Heightened cocaine-seeking in male rats linked to poorer Serotonin regulation

From an article published in Dec. 2022 in Frontiers in Pharmacology

Merritt CR, Smith AE, Khanipov K, Golovko G, Dineley KT, Anastasio NC, Cunningham KA. Heightened cocaine-seeking in male rats associates with a distinct transcriptomic profile in the medial prefrontal cortex. Front Pharmacol. 2022 Dec 14;13:1022863. doi: 10.3389/fphar.2022.1022863. PMID: 36588704; PMCID: PMC9797046.

There has been a sharp increase in cocaine-related overdoses recently, but relapse rates have always been high, even among Cocaine Use Disorder (CUD) individuals who have undergone rehabilitation. They struggle with stress, withdrawal symptoms, and cocaine-associated stimuli and there is no treatment available to target the brain functions involved.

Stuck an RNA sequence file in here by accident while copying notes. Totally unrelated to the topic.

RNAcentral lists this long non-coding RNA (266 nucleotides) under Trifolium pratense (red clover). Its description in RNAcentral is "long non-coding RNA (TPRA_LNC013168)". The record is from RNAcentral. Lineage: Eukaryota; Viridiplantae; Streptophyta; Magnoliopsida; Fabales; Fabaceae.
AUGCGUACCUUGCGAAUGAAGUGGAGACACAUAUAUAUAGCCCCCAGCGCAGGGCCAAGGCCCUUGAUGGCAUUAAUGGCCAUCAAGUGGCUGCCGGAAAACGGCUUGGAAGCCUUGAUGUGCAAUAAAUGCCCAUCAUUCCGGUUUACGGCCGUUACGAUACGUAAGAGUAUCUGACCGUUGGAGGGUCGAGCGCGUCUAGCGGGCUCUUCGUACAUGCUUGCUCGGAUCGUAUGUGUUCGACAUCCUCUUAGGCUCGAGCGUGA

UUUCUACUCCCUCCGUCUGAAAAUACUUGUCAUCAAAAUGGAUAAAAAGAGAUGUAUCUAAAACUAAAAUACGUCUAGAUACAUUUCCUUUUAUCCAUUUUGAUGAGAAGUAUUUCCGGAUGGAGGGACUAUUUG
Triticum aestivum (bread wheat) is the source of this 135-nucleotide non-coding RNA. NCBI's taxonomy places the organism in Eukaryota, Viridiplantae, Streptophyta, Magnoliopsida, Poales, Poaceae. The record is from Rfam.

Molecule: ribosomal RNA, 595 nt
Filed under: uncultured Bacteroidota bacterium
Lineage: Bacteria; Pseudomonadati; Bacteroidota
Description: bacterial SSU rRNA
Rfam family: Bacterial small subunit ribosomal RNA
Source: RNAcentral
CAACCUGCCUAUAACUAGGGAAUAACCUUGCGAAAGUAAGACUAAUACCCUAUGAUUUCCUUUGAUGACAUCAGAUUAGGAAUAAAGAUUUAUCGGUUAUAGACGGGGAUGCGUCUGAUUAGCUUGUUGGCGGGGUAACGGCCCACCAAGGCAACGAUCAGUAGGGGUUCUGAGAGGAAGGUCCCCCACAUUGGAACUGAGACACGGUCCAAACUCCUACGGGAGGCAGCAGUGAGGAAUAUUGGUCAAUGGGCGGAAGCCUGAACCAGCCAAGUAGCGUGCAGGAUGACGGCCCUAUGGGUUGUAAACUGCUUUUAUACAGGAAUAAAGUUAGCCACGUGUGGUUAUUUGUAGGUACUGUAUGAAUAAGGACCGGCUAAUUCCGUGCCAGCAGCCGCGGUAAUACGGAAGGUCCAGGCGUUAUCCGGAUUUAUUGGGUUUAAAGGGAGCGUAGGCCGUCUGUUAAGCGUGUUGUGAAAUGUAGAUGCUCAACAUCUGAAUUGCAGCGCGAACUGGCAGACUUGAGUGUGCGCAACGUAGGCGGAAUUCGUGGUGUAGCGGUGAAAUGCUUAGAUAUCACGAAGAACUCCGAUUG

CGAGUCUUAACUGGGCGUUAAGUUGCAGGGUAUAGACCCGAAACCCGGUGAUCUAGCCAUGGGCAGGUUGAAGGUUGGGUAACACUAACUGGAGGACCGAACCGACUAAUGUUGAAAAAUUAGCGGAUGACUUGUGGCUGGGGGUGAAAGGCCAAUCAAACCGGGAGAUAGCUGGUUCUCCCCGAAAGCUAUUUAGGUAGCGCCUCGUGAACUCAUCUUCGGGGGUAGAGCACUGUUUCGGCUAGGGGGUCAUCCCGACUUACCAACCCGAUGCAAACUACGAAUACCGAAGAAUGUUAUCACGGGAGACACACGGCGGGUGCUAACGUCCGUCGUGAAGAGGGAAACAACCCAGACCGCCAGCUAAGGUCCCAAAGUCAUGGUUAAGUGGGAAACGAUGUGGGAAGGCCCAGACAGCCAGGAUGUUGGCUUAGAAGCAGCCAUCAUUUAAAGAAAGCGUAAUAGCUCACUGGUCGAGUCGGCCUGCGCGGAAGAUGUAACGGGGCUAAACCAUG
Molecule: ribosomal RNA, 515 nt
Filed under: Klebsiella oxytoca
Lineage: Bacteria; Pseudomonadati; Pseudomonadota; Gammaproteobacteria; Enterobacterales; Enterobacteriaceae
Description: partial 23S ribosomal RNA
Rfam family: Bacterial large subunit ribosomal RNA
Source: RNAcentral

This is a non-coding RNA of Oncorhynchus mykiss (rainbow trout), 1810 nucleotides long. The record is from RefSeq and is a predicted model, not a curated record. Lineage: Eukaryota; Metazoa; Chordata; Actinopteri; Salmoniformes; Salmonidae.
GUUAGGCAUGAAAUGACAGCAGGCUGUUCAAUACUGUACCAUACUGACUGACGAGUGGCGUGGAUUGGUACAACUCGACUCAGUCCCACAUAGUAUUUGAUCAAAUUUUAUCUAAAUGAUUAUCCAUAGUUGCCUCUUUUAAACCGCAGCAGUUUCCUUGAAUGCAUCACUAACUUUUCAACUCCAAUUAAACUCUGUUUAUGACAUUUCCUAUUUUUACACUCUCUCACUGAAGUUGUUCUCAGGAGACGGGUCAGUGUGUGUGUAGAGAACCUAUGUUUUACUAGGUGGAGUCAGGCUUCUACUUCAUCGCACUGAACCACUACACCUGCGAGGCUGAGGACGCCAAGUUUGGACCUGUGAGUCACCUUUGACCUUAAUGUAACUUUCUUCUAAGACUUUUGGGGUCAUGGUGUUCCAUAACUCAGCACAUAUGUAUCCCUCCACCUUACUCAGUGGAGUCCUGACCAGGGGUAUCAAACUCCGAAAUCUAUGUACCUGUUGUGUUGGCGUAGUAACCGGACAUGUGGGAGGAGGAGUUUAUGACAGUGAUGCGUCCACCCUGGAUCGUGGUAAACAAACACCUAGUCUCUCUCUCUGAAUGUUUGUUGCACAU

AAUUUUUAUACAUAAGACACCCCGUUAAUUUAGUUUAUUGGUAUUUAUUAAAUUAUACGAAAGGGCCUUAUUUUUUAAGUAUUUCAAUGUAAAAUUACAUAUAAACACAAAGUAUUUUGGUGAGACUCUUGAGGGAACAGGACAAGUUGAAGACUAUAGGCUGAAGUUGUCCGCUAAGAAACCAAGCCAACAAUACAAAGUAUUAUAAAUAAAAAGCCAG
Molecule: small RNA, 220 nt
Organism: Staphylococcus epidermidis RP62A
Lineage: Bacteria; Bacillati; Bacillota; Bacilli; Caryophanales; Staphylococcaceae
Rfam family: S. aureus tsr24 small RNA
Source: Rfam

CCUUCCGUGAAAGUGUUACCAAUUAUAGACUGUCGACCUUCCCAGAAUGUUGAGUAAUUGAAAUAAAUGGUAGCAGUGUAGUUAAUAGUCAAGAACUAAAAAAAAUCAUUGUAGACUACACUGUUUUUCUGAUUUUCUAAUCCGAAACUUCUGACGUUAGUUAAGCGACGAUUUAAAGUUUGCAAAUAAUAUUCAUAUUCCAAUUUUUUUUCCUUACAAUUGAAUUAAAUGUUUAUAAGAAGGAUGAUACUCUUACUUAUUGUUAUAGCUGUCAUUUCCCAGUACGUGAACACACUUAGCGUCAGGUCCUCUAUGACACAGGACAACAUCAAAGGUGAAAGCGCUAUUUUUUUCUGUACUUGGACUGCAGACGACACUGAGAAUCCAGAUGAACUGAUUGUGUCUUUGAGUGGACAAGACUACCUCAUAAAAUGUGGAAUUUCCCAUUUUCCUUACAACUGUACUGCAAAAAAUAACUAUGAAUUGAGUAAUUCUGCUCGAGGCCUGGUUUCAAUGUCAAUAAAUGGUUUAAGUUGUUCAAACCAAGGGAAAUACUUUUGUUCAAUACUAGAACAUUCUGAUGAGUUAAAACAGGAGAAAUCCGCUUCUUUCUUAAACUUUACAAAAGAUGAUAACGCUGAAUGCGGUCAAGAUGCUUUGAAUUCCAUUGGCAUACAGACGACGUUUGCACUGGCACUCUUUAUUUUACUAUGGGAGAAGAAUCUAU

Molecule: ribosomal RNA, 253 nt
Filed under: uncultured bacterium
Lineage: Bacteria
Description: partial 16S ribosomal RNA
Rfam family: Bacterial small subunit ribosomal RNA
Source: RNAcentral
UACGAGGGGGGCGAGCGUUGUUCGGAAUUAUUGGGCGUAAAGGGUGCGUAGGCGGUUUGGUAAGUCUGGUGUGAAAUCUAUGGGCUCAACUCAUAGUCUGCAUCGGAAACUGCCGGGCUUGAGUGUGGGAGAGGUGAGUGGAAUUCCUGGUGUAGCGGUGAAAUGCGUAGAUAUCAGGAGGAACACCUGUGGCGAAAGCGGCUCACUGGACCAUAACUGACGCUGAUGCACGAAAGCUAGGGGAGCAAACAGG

This study looks at genetic differences in animal models of cocaine use disorders that could explain why some seem to be more susceptible to relapse than others.

They found distinctions in particular in the Htr2c gene, which encodes the serotonin 5-HT2C receptor (5-HT2CR). They found that in animal models that are more susceptible Htr2c gene is expressed to a lower extent.

This study and many others suggest a good way to support the treatment of addiction is to help the brain regulate its Serotonin function, which is one of the main targets of Sensory Enrichment Therapy.

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